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A new strategy for 5G without Huawei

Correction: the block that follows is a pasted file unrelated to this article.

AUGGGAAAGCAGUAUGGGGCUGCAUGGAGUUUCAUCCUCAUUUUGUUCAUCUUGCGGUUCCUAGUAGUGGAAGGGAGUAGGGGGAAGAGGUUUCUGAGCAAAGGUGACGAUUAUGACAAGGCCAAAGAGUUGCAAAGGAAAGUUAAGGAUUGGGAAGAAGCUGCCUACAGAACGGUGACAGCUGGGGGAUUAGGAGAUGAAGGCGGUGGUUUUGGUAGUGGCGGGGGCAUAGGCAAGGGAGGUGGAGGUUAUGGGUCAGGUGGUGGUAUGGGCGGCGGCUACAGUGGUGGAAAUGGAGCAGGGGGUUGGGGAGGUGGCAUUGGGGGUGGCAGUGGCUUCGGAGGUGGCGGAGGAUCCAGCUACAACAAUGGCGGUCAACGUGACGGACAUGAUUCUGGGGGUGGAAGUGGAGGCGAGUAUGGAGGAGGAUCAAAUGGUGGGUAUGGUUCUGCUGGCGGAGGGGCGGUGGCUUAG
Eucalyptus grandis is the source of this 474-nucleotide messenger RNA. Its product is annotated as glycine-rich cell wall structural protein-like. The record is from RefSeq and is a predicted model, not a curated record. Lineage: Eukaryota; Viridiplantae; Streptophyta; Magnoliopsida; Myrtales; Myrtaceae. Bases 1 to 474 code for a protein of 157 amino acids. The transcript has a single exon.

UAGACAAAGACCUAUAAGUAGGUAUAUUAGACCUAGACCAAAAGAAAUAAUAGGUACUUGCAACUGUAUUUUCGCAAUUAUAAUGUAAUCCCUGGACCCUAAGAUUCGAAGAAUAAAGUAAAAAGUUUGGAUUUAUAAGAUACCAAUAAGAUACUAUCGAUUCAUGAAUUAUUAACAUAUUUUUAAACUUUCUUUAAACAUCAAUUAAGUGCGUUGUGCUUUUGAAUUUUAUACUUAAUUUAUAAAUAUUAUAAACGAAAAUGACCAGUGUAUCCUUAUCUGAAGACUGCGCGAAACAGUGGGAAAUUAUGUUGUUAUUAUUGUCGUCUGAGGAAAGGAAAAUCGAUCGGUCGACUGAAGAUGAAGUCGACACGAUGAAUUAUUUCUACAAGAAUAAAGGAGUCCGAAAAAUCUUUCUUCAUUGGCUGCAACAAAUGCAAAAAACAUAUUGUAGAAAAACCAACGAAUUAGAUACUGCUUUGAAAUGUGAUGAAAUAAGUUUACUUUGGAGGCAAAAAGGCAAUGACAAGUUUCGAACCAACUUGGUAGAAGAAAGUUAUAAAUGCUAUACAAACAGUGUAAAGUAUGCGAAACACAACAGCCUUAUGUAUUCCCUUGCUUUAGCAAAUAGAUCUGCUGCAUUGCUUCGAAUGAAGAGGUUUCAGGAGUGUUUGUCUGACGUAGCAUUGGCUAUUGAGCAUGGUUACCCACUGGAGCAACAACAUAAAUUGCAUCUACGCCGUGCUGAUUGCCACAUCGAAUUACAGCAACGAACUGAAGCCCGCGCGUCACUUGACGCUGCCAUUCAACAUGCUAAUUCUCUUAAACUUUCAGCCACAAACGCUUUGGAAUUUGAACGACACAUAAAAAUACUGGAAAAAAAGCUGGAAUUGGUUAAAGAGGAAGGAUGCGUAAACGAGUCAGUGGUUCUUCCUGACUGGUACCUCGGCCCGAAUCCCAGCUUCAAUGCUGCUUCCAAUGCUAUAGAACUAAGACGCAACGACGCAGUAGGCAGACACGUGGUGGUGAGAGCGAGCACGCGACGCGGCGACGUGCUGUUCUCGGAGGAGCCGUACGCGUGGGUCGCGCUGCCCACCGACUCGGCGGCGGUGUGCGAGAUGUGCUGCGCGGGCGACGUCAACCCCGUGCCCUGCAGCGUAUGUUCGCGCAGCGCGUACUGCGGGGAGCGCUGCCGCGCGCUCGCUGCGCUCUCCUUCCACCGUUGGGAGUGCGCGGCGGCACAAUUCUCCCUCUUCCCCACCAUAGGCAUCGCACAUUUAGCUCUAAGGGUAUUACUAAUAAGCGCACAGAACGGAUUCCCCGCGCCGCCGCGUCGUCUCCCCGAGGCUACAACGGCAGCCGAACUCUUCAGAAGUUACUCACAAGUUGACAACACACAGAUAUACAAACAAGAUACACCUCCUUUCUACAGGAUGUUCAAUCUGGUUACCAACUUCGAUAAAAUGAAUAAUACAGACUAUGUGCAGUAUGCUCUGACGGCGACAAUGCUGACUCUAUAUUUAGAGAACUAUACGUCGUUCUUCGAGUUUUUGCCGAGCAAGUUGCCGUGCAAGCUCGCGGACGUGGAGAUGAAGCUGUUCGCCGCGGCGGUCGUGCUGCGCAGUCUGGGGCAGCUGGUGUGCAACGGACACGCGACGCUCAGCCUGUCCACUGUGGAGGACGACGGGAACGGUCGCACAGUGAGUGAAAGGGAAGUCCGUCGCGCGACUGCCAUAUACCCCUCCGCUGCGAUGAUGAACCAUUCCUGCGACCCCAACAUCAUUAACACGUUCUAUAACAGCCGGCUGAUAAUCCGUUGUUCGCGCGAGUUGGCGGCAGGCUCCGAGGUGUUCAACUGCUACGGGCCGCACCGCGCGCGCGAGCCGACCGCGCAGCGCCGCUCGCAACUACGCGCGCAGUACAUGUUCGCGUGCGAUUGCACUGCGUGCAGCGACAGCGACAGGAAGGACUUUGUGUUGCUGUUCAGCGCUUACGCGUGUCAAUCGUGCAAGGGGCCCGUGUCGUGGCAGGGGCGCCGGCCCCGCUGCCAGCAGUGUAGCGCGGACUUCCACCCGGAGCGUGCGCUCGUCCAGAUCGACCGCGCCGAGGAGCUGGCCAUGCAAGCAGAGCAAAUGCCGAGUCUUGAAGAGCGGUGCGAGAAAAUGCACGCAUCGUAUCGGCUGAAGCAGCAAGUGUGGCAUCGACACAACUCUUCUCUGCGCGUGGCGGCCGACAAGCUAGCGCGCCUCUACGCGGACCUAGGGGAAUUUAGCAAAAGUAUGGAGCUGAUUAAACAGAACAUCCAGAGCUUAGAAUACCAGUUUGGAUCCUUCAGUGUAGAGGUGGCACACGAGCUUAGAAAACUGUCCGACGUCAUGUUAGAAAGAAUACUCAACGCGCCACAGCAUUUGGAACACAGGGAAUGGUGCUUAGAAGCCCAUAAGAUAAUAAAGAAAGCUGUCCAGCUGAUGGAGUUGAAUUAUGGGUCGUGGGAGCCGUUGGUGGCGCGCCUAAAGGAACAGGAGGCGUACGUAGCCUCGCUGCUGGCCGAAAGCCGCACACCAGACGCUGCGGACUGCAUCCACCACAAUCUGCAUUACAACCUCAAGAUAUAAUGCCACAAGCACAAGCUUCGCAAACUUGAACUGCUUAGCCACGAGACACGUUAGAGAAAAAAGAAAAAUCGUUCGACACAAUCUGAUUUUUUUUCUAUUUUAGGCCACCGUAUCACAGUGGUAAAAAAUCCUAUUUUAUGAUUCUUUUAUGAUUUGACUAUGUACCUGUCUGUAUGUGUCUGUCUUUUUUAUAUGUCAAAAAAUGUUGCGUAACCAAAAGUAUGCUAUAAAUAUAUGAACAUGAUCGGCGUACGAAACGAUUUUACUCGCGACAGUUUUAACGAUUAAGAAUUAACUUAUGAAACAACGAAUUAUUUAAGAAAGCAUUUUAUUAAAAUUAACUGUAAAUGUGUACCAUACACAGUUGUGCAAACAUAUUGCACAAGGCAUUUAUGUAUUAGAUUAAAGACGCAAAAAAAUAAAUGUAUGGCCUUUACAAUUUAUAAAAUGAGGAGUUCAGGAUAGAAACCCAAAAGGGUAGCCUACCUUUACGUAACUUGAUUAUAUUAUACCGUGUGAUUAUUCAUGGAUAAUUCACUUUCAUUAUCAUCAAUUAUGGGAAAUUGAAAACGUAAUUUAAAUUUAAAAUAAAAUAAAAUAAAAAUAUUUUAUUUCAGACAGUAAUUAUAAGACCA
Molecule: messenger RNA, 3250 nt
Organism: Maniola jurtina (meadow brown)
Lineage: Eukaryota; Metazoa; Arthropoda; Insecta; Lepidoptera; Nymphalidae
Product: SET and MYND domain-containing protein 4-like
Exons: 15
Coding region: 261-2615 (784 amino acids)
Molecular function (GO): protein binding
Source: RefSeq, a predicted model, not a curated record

Okay so we all know that five G. is taking a long time to get here and that it's a big infrastructure challenge. That is complicated by some geopolitics namely suspicion about Wa wa the Chinese Telecom provider that sells the most five G. networking equipment globally now. Thirty one mostly. Us based companies have created a coalition to push for a new kind of Five G. INFRASTRUCTURE. That involves less complicated hardware and more complicated software. The coalition says this approach will foster innovation and Competition Doug break is director of broadband and spectrum policy at the Information Technology and Innovation Foundation. It's a think tank that works on this kind of thing and he says a more virtual approach offers a lot of benefits. You can do more in software and iterating more quickly than you. Can you know having to individually configure all these pieces of equipment throughout the network but another sort of policy imperative? That that we're seeing is trying to make a change to the the market that is not so easily cornered by the Chinese company while way when you have these sort of margin expensive single integrated pieces of equipment. It's relatively easy for a single company to come to grow more and more market share especially when it's backed by some of the unfair trade policies other policies that the China has used to push way to where it is today. Will it require less hardware or less infrastructure installation overall when people hear the term virtualization right? It makes it sound like the network itself is completely ephemeral up in the cloud right. It's only the functionalities of the network that is virtually running software so it still requires pieces of equipment out in the field. One that is hopefully cheaper more innovative and leads to a market dynamic that that sees a flourishing of smaller Us leads startups. That are interested in in providing this type of equipment but it sounds like we would have to replicate a fair bit of infrastructure right. I mean it's still inexpensive five G. proposition like does this slowdown rollout. Don't think slows down. Roll out I think that this is part of the ongoing transition to five g right we're seeing ongoing deployment and also sort of evolution as it makes sense to replace the existing four g network more and more five. G. EQUIPMENT WILL BE BUILT OUT. And so it's it's not a question of starting over but this is just sort of part of the continual evolution as we as we make the shift to to five. G. I mean it's so interesting because on the one hand like the way you're describing the technology makes sense on the other hand it feels like okay. We're changing the direction of this. Potentially globally economically crucial technology to benefit. Us companies is like the rest of the world. Going to agree that this is the way forward and this is how we should do it. It is already ongoing right. This is an area of transition that wireless operators around the world have been interested for some time there. A number of coalitions that have been focused on the sort of technical aspects of trying to define standardized interfaces between the components of of this equipment is just now the sort of recently the the administration has has found this as a as a real opportunity and they're sort of ongoing battle with with alway. Got It so I guess. Fundamentally is at a technical issue or a trade issue in one level rate. It's about getting over these sort of technical hurdles but more broadly speaking right a lot of five G. especially the geopolitical dynamics around five G. in China Come down to trade issues and part of that is you know convincing like minded allies that that this is a real challenge going forward How we can be sort of setting setting ourselves up for a healthier market for wireless telecommunications equipment in the future what are the security implications here? You know the system that you're describing. The virtual is five. G. is more secure or less secure. Is that part of a huge part of the calculation. Or not there. Is this this sort of long term concern if China continues to China and really while away continues to gain more and more control over the the sort of critical infrastructure globally that sort of a term challenge that? I think this helps change the dynamic of when you talk about sort of narrow specific security issues having these virtual networks where operators can control more of the of the network through software. Gives them a lot more visibility and control over? What's happening on the network? So they can see if something looks mess if somebody has access to something that they're not supposed to for example at the same time right moving moving a whole telecommunications that work into software really increases the complexity and so their potential problems that could that could arise with a with a transition and just the sheer amount of of complications that introduces

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